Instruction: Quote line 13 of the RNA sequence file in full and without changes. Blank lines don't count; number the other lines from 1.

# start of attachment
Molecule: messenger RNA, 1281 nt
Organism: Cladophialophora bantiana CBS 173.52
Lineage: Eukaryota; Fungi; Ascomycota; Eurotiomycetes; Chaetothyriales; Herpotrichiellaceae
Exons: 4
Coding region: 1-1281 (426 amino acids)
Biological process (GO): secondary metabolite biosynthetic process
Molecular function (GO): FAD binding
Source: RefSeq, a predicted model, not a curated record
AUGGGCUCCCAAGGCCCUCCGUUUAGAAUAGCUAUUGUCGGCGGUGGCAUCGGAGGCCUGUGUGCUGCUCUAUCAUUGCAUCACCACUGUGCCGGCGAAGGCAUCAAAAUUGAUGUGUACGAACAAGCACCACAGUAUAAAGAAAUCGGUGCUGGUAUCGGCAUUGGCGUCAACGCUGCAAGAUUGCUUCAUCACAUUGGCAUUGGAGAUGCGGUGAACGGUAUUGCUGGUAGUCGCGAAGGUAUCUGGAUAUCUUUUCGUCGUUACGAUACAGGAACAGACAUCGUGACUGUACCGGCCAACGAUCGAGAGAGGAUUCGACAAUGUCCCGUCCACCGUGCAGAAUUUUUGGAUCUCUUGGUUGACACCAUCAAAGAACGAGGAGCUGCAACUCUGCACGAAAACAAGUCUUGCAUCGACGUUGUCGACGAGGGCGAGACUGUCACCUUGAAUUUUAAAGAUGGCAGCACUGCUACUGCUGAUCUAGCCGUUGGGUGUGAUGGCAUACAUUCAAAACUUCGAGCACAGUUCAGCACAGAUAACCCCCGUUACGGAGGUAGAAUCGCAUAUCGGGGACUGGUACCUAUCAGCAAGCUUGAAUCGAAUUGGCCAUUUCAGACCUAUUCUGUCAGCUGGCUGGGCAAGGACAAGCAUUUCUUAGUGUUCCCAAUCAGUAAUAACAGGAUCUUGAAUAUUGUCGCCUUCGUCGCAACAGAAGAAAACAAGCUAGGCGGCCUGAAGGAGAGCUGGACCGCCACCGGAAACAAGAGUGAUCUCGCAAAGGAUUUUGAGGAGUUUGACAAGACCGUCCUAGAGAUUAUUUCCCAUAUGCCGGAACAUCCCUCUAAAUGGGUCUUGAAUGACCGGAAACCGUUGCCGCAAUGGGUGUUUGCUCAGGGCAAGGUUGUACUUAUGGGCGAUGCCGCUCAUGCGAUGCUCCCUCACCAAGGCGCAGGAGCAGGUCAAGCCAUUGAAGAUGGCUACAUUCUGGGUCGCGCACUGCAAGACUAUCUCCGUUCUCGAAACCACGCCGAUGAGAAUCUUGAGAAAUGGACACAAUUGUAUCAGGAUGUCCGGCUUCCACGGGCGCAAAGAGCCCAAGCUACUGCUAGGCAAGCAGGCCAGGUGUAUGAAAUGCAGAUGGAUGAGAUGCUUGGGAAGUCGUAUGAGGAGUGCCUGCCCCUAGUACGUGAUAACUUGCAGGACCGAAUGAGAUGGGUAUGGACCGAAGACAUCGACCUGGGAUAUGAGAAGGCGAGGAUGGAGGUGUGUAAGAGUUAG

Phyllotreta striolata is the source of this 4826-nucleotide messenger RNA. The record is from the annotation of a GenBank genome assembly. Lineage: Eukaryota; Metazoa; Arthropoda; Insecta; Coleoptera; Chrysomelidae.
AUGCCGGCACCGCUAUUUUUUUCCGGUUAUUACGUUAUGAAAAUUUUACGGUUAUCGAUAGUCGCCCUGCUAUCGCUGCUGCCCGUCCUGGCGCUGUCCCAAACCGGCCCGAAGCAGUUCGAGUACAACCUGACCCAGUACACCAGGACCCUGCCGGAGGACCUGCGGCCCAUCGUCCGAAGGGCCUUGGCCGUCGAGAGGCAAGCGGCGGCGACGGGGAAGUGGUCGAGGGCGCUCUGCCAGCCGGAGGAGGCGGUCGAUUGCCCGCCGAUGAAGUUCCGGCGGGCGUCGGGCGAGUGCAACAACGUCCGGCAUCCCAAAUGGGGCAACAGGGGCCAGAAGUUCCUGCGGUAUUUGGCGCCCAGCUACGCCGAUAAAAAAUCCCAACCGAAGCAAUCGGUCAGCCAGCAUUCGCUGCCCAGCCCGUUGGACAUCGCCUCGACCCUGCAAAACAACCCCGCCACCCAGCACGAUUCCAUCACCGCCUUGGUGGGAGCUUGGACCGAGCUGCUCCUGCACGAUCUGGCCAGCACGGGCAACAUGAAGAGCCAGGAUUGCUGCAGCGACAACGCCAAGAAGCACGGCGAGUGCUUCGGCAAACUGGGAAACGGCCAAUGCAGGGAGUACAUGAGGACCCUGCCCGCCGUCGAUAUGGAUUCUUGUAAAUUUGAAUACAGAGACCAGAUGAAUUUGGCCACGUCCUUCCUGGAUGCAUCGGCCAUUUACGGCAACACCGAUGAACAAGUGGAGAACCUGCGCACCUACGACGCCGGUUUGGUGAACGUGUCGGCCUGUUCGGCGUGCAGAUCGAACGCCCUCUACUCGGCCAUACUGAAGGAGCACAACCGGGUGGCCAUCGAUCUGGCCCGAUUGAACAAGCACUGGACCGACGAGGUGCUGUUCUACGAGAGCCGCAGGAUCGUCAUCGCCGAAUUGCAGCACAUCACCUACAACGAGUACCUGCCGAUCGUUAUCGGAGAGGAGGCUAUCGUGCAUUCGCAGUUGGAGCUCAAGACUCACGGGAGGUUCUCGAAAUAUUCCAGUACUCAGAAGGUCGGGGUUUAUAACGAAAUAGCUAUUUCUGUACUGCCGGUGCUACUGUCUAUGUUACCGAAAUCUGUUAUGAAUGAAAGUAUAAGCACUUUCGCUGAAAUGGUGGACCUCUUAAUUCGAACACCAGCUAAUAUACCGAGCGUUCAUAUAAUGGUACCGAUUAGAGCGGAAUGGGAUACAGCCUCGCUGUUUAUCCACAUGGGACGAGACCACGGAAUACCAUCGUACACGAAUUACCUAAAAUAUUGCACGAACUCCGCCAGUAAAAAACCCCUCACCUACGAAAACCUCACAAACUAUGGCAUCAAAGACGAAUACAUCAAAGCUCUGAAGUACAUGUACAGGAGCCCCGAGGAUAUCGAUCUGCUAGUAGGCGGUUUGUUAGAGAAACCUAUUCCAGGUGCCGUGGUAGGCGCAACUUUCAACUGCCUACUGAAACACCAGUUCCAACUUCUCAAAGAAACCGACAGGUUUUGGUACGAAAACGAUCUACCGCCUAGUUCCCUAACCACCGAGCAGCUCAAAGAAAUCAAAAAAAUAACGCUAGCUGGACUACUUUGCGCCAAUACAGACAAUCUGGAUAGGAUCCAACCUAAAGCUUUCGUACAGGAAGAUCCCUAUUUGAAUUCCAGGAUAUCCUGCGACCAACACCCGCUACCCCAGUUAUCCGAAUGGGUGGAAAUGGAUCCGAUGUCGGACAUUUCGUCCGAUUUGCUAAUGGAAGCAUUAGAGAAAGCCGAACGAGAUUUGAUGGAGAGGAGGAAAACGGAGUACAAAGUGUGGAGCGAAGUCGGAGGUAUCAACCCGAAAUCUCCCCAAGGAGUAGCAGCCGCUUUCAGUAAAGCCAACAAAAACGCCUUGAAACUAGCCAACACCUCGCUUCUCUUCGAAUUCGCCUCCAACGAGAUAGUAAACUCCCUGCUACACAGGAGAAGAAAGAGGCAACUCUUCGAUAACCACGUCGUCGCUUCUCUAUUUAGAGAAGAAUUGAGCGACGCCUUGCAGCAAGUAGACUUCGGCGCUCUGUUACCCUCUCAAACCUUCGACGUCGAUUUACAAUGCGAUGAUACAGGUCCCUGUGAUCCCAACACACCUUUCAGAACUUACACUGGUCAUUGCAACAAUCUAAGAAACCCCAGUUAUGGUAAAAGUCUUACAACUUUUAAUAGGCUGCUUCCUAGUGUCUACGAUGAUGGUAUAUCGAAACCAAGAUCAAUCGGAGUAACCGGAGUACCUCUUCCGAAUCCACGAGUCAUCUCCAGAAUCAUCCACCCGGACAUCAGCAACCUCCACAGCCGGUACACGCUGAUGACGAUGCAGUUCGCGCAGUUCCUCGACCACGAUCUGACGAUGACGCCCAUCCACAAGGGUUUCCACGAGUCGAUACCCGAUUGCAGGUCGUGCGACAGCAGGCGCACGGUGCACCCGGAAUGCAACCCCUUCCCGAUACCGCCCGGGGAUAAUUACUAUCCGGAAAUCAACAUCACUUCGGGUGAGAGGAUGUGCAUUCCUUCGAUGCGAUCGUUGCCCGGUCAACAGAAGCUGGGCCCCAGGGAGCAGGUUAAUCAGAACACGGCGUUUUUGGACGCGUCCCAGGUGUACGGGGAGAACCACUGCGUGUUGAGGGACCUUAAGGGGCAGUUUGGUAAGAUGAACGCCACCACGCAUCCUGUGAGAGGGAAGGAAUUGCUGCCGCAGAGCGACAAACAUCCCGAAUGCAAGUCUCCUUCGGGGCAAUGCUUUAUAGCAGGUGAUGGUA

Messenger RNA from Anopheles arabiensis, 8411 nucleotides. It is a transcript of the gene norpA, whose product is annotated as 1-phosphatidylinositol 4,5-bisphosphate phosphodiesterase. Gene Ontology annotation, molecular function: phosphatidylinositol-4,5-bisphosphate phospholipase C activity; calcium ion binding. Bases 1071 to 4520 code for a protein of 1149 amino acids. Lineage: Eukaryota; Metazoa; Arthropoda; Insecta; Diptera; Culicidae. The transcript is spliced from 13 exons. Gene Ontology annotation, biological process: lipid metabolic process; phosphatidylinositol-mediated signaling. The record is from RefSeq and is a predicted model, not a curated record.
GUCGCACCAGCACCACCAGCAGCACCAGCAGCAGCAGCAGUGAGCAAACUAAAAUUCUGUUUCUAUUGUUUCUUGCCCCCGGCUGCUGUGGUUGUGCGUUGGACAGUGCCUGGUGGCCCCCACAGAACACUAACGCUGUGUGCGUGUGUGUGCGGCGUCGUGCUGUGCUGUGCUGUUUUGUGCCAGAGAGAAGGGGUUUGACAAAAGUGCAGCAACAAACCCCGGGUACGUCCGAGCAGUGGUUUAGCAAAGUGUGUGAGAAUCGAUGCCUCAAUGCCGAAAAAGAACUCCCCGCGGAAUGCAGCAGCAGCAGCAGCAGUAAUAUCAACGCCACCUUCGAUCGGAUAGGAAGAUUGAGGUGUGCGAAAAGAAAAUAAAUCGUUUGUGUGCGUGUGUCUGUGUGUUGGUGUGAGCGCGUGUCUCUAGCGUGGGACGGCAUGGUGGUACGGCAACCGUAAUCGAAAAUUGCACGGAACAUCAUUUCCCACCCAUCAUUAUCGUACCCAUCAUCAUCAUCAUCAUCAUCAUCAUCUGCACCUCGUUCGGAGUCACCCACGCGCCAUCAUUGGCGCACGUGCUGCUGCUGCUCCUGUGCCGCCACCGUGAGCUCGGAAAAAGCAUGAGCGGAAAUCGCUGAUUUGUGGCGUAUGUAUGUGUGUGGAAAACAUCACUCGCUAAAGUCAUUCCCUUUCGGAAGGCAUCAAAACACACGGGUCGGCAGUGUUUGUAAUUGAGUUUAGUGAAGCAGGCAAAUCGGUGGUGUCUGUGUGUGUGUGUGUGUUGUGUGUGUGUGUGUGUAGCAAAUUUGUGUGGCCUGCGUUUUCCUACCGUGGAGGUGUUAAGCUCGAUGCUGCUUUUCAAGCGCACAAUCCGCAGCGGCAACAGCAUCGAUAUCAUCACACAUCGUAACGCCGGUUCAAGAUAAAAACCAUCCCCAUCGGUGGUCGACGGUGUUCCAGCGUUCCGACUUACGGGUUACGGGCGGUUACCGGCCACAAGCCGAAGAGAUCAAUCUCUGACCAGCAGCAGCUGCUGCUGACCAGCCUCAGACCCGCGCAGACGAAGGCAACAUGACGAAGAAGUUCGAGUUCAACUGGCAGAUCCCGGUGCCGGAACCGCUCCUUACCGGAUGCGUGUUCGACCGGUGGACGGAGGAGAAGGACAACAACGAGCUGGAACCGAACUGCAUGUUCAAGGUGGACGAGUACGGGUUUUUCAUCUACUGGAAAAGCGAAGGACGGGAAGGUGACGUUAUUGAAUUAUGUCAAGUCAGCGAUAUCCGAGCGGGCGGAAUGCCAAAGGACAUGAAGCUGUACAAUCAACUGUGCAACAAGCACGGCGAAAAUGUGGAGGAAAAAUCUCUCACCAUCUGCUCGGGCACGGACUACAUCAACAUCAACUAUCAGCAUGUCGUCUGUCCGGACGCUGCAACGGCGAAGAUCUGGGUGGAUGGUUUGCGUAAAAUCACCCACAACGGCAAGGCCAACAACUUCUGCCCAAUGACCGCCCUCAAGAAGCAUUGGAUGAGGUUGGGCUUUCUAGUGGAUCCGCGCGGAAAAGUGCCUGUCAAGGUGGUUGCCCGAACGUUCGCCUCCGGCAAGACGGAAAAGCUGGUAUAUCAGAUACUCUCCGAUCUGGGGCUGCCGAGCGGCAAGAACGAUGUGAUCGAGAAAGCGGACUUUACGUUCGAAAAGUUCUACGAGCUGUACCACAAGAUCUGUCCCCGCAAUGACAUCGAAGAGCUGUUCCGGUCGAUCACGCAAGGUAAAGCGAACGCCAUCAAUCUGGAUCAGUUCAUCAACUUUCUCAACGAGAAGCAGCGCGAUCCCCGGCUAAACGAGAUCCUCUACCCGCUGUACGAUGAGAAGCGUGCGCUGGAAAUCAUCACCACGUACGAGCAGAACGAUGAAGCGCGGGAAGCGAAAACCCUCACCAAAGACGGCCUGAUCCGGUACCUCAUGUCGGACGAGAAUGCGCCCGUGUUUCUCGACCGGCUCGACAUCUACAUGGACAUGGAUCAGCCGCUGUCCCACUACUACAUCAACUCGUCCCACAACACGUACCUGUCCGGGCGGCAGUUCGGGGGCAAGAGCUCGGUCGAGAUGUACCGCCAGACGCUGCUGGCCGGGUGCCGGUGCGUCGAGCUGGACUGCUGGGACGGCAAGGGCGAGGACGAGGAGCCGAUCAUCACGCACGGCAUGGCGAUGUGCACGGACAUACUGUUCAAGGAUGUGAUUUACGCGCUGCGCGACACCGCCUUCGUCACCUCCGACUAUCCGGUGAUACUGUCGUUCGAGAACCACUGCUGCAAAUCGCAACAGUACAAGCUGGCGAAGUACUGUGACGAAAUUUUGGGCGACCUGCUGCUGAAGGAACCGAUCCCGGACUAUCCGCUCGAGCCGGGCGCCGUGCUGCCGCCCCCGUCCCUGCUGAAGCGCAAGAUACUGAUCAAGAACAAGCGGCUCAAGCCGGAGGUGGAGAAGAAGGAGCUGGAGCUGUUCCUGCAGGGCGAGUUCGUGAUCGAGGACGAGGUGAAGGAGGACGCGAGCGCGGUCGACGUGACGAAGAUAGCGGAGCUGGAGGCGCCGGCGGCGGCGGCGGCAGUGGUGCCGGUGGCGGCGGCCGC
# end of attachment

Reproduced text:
GUCGCACCAGCACCACCAGCAGCACCAGCAGCAGCAGCAGUGAGCAAACUAAAAUUCUGUUUCUAUUGUUUCUUGCCCCCGGCUGCUGUGGUUGUGCGUUGGACAGUGCCUGGUGGCCCCCACAGAACACUAACGCUGUGUGCGUGUGUGUGCGGCGUCGUGCUGUGCUGUGCUGUUUUGUGCCAGAGAGAAGGGGUUUGACAAAAGUGCAGCAACAAACCCCGGGUACGUCCGAGCAGUGGUUUAGCAAAGUGUGUGAGAAUCGAUGCCUCAAUGCCGAAAAAGAACUCCCCGCGGAAUGCAGCAGCAGCAGCAGCAGUAAUAUCAACGCCACCUUCGAUCGGAUAGGAAGAUUGAGGUGUGCGAAAAGAAAAUAAAUCGUUUGUGUGCGUGUGUCUGUGUGUUGGUGUGAGCGCGUGUCUCUAGCGUGGGACGGCAUGGUGGUACGGCAACCGUAAUCGAAAAUUGCACGGAACAUCAUUUCCCACCCAUCAUUAUCGUACCCAUCAUCAUCAUCAUCAUCAUCAUCAUCUGCACCUCGUUCGGAGUCACCCACGCGCCAUCAUUGGCGCACGUGCUGCUGCUGCUCCUGUGCCGCCACCGUGAGCUCGGAAAAAGCAUGAGCGGAAAUCGCUGAUUUGUGGCGUAUGUAUGUGUGUGGAAAACAUCACUCGCUAAAGUCAUUCCCUUUCGGAAGGCAUCAAAACACACGGGUCGGCAGUGUUUGUAAUUGAGUUUAGUGAAGCAGGCAAAUCGGUGGUGUCUGUGUGUGUGUGUGUGUUGUGUGUGUGUGUGUGUAGCAAAUUUGUGUGGCCUGCGUUUUCCUACCGUGGAGGUGUUAAGCUCGAUGCUGCUUUUCAAGCGCACAAUCCGCAGCGGCAACAGCAUCGAUAUCAUCACACAUCGUAACGCCGGUUCAAGAUAAAAACCAUCCCCAUCGGUGGUCGACGGUGUUCCAGCGUUCCGACUUACGGGUUACGGGCGGUUACCGGCCACAAGCCGAAGAGAUCAAUCUCUGACCAGCAGCAGCUGCUGCUGACCAGCCUCAGACCCGCGCAGACGAAGGCAACAUGACGAAGAAGUUCGAGUUCAACUGGCAGAUCCCGGUGCCGGAACCGCUCCUUACCGGAUGCGUGUUCGACCGGUGGACGGAGGAGAAGGACAACAACGAGCUGGAACCGAACUGCAUGUUCAAGGUGGACGAGUACGGGUUUUUCAUCUACUGGAAAAGCGAAGGACGGGAAGGUGACGUUAUUGAAUUAUGUCAAGUCAGCGAUAUCCGAGCGGGCGGAAUGCCAAAGGACAUGAAGCUGUACAAUCAACUGUGCAACAAGCACGGCGAAAAUGUGGAGGAAAAAUCUCUCACCAUCUGCUCGGGCACGGACUACAUCAACAUCAACUAUCAGCAUGUCGUCUGUCCGGACGCUGCAACGGCGAAGAUCUGGGUGGAUGGUUUGCGUAAAAUCACCCACAACGGCAAGGCCAACAACUUCUGCCCAAUGACCGCCCUCAAGAAGCAUUGGAUGAGGUUGGGCUUUCUAGUGGAUCCGCGCGGAAAAGUGCCUGUCAAGGUGGUUGCCCGAACGUUCGCCUCCGGCAAGACGGAAAAGCUGGUAUAUCAGAUACUCUCCGAUCUGGGGCUGCCGAGCGGCAAGAACGAUGUGAUCGAGAAAGCGGACUUUACGUUCGAAAAGUUCUACGAGCUGUACCACAAGAUCUGUCCCCGCAAUGACAUCGAAGAGCUGUUCCGGUCGAUCACGCAAGGUAAAGCGAACGCCAUCAAUCUGGAUCAGUUCAUCAACUUUCUCAACGAGAAGCAGCGCGAUCCCCGGCUAAACGAGAUCCUCUACCCGCUGUACGAUGAGAAGCGUGCGCUGGAAAUCAUCACCACGUACGAGCAGAACGAUGAAGCGCGGGAAGCGAAAACCCUCACCAAAGACGGCCUGAUCCGGUACCUCAUGUCGGACGAGAAUGCGCCCGUGUUUCUCGACCGGCUCGACAUCUACAUGGACAUGGAUCAGCCGCUGUCCCACUACUACAUCAACUCGUCCCACAACACGUACCUGUCCGGGCGGCAGUUCGGGGGCAAGAGCUCGGUCGAGAUGUACCGCCAGACGCUGCUGGCCGGGUGCCGGUGCGUCGAGCUGGACUGCUGGGACGGCAAGGGCGAGGACGAGGAGCCGAUCAUCACGCACGGCAUGGCGAUGUGCACGGACAUACUGUUCAAGGAUGUGAUUUACGCGCUGCGCGACACCGCCUUCGUCACCUCCGACUAUCCGGUGAUACUGUCGUUCGAGAACCACUGCUGCAAAUCGCAACAGUACAAGCUGGCGAAGUACUGUGACGAAAUUUUGGGCGACCUGCUGCUGAAGGAACCGAUCCCGGACUAUCCGCUCGAGCCGGGCGCCGUGCUGCCGCCCCCGUCCCUGCUGAAGCGCAAGAUACUGAUCAAGAACAAGCGGCUCAAGCCGGAGGUGGAGAAGAAGGAGCUGGAGCUGUUCCUGCAGGGCGAGUUCGUGAUCGAGGACGAGGUGAAGGAGGACGCGAGCGCGGUCGACGUGACGAAGAUAGCGGAGCUGGAGGCGCCGGCGGCGGCGGCGGCAGUGGUGCCGGUGGCGGCGGCCGC